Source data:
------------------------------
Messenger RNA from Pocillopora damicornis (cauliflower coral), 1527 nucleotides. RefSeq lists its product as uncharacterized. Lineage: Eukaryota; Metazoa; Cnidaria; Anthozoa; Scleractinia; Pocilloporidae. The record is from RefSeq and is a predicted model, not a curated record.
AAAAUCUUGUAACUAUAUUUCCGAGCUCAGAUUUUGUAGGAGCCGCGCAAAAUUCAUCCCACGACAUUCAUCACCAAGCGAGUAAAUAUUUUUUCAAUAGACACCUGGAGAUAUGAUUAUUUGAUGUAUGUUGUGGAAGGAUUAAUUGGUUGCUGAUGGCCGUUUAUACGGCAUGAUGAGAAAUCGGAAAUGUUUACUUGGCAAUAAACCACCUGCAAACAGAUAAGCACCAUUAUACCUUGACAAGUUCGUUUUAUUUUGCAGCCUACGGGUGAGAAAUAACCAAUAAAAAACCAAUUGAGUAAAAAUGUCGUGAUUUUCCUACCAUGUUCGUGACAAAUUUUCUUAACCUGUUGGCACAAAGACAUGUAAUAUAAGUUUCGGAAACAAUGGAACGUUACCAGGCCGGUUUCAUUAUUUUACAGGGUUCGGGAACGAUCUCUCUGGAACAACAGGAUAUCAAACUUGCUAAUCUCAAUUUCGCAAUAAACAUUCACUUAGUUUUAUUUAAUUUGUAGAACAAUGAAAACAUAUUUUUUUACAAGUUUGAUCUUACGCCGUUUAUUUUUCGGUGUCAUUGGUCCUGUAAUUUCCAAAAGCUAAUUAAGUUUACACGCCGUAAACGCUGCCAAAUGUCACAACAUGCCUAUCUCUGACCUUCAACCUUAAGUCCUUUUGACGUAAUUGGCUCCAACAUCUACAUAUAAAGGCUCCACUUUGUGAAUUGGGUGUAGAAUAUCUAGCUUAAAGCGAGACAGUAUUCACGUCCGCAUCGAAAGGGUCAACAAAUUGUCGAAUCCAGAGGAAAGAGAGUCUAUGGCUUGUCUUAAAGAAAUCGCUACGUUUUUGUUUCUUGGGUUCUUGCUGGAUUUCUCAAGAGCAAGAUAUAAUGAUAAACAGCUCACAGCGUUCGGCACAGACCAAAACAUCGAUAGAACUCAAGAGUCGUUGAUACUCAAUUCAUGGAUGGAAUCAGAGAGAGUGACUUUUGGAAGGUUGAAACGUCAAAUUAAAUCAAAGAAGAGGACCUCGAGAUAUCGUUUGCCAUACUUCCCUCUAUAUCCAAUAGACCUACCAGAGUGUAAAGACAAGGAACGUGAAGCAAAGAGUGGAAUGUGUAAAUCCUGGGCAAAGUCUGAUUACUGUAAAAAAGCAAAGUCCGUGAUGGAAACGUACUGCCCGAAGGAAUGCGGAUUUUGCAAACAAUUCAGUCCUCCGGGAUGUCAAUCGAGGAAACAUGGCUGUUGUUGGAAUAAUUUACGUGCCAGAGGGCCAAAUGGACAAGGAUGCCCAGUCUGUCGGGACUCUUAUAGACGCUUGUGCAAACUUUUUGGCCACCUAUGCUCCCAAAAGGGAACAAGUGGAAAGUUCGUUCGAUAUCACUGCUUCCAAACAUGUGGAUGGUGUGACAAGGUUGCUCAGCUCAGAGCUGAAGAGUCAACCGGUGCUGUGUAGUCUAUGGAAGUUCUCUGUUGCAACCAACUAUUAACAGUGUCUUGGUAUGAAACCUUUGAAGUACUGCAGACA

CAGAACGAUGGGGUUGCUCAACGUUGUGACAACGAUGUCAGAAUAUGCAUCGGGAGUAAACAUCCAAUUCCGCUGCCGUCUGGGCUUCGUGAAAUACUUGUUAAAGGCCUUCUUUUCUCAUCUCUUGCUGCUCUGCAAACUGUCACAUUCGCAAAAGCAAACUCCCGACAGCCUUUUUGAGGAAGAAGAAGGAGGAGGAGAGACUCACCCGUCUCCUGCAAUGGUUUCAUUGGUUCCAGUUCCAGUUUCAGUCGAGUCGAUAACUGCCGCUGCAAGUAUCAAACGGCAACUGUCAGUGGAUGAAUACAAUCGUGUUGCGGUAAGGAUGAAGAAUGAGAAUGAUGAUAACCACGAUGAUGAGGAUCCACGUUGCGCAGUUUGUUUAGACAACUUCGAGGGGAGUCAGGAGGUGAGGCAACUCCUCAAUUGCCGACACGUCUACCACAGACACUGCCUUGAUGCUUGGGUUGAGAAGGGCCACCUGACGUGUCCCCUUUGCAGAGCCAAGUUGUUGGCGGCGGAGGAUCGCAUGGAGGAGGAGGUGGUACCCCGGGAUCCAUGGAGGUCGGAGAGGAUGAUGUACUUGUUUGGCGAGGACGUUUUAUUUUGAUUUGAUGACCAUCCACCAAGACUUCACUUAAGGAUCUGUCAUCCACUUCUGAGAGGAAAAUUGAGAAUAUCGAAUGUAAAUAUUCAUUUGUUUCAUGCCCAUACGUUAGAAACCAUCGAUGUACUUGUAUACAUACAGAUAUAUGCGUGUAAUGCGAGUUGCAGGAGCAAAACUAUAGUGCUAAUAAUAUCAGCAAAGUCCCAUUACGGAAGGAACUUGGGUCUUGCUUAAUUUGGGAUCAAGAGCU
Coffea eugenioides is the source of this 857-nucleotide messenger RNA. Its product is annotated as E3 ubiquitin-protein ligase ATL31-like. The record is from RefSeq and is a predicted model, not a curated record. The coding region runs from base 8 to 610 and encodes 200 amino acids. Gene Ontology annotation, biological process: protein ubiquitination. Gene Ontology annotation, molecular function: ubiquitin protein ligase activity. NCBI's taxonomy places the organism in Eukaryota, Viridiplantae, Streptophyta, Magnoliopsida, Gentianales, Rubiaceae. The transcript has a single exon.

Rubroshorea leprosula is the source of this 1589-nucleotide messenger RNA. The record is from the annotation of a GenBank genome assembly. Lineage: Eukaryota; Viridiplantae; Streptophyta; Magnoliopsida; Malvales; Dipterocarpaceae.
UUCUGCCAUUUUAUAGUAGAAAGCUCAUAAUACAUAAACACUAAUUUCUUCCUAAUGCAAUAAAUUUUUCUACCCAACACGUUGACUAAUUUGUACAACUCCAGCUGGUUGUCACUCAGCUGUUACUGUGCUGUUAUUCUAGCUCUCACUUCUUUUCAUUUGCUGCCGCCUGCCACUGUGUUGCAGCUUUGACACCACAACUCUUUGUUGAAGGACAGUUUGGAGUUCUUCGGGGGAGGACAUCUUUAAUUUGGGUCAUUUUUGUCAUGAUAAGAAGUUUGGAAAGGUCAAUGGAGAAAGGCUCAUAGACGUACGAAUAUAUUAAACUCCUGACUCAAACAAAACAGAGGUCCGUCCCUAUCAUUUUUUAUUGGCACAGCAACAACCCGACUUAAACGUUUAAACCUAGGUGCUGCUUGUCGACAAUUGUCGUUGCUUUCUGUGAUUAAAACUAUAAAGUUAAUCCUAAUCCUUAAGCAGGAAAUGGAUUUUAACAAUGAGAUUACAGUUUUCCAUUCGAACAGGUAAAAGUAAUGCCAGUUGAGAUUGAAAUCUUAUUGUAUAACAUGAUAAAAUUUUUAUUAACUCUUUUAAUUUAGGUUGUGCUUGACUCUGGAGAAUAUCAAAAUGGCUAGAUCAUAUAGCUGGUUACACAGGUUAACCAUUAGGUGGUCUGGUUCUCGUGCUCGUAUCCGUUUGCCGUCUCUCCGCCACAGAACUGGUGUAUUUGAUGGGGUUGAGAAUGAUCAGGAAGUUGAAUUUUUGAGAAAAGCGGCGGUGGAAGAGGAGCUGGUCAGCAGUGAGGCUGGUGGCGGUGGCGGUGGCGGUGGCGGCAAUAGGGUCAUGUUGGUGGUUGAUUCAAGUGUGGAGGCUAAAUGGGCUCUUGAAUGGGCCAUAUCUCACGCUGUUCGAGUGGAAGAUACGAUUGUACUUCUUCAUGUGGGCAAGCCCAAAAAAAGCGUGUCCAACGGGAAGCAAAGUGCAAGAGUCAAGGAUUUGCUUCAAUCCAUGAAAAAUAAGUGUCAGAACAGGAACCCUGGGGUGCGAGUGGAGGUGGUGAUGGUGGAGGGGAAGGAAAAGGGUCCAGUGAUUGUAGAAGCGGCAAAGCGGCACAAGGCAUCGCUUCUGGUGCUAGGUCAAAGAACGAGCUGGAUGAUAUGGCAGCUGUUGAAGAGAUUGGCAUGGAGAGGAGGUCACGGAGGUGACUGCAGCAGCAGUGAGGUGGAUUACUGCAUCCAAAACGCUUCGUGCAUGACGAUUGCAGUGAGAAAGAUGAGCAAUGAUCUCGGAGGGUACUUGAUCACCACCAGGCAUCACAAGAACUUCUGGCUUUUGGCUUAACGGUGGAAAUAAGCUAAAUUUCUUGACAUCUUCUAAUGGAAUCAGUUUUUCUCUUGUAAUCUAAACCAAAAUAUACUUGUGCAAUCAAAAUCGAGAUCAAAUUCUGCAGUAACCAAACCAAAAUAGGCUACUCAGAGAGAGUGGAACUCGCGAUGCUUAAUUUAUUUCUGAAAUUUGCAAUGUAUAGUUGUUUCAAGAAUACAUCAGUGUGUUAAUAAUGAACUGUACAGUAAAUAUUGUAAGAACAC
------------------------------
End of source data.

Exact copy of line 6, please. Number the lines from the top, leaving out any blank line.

UUCUGCCAUUUUAUAGUAGAAAGCUCAUAAUACAUAAACACUAAUUUCUUCCUAAUGCAAUAAAUUUUUCUACCCAACACGUUGACUAAUUUGUACAACUCCAGCUGGUUGUCACUCAGCUGUUACUGUGCUGUUAUUCUAGCUCUCACUUCUUUUCAUUUGCUGCCGCCUGCCACUGUGUUGCAGCUUUGACACCACAACUCUUUGUUGAAGGACAGUUUGGAGUUCUUCGGGGGAGGACAUCUUUAAUUUGGGUCAUUUUUGUCAUGAUAAGAAGUUUGGAAAGGUCAAUGGAGAAAGGCUCAUAGACGUACGAAUAUAUUAAACUCCUGACUCAAACAAAACAGAGGUCCGUCCCUAUCAUUUUUUAUUGGCACAGCAACAACCCGACUUAAACGUUUAAACCUAGGUGCUGCUUGUCGACAAUUGUCGUUGCUUUCUGUGAUUAAAACUAUAAAGUUAAUCCUAAUCCUUAAGCAGGAAAUGGAUUUUAACAAUGAGAUUACAGUUUUCCAUUCGAACAGGUAAAAGUAAUGCCAGUUGAGAUUGAAAUCUUAUUGUAUAACAUGAUAAAAUUUUUAUUAACUCUUUUAAUUUAGGUUGUGCUUGACUCUGGAGAAUAUCAAAAUGGCUAGAUCAUAUAGCUGGUUACACAGGUUAACCAUUAGGUGGUCUGGUUCUCGUGCUCGUAUCCGUUUGCCGUCUCUCCGCCACAGAACUGGUGUAUUUGAUGGGGUUGAGAAUGAUCAGGAAGUUGAAUUUUUGAGAAAAGCGGCGGUGGAAGAGGAGCUGGUCAGCAGUGAGGCUGGUGGCGGUGGCGGUGGCGGUGGCGGCAAUAGGGUCAUGUUGGUGGUUGAUUCAAGUGUGGAGGCUAAAUGGGCUCUUGAAUGGGCCAUAUCUCACGCUGUUCGAGUGGAAGAUACGAUUGUACUUCUUCAUGUGGGCAAGCCCAAAAAAAGCGUGUCCAACGGGAAGCAAAGUGCAAGAGUCAAGGAUUUGCUUCAAUCCAUGAAAAAUAAGUGUCAGAACAGGAACCCUGGGGUGCGAGUGGAGGUGGUGAUGGUGGAGGGGAAGGAAAAGGGUCCAGUGAUUGUAGAAGCGGCAAAGCGGCACAAGGCAUCGCUUCUGGUGCUAGGUCAAAGAACGAGCUGGAUGAUAUGGCAGCUGUUGAAGAGAUUGGCAUGGAGAGGAGGUCACGGAGGUGACUGCAGCAGCAGUGAGGUGGAUUACUGCAUCCAAAACGCUUCGUGCAUGACGAUUGCAGUGAGAAAGAUGAGCAAUGAUCUCGGAGGGUACUUGAUCACCACCAGGCAUCACAAGAACUUCUGGCUUUUGGCUUAACGGUGGAAAUAAGCUAAAUUUCUUGACAUCUUCUAAUGGAAUCAGUUUUUCUCUUGUAAUCUAAACCAAAAUAUACUUGUGCAAUCAAAAUCGAGAUCAAAUUCUGCAGUAACCAAACCAAAAUAGGCUACUCAGAGAGAGUGGAACUCGCGAUGCUUAAUUUAUUUCUGAAAUUUGCAAUGUAUAGUUGUUUCAAGAAUACAUCAGUGUGUUAAUAAUGAACUGUACAGUAAAUAUUGUAAGAACAC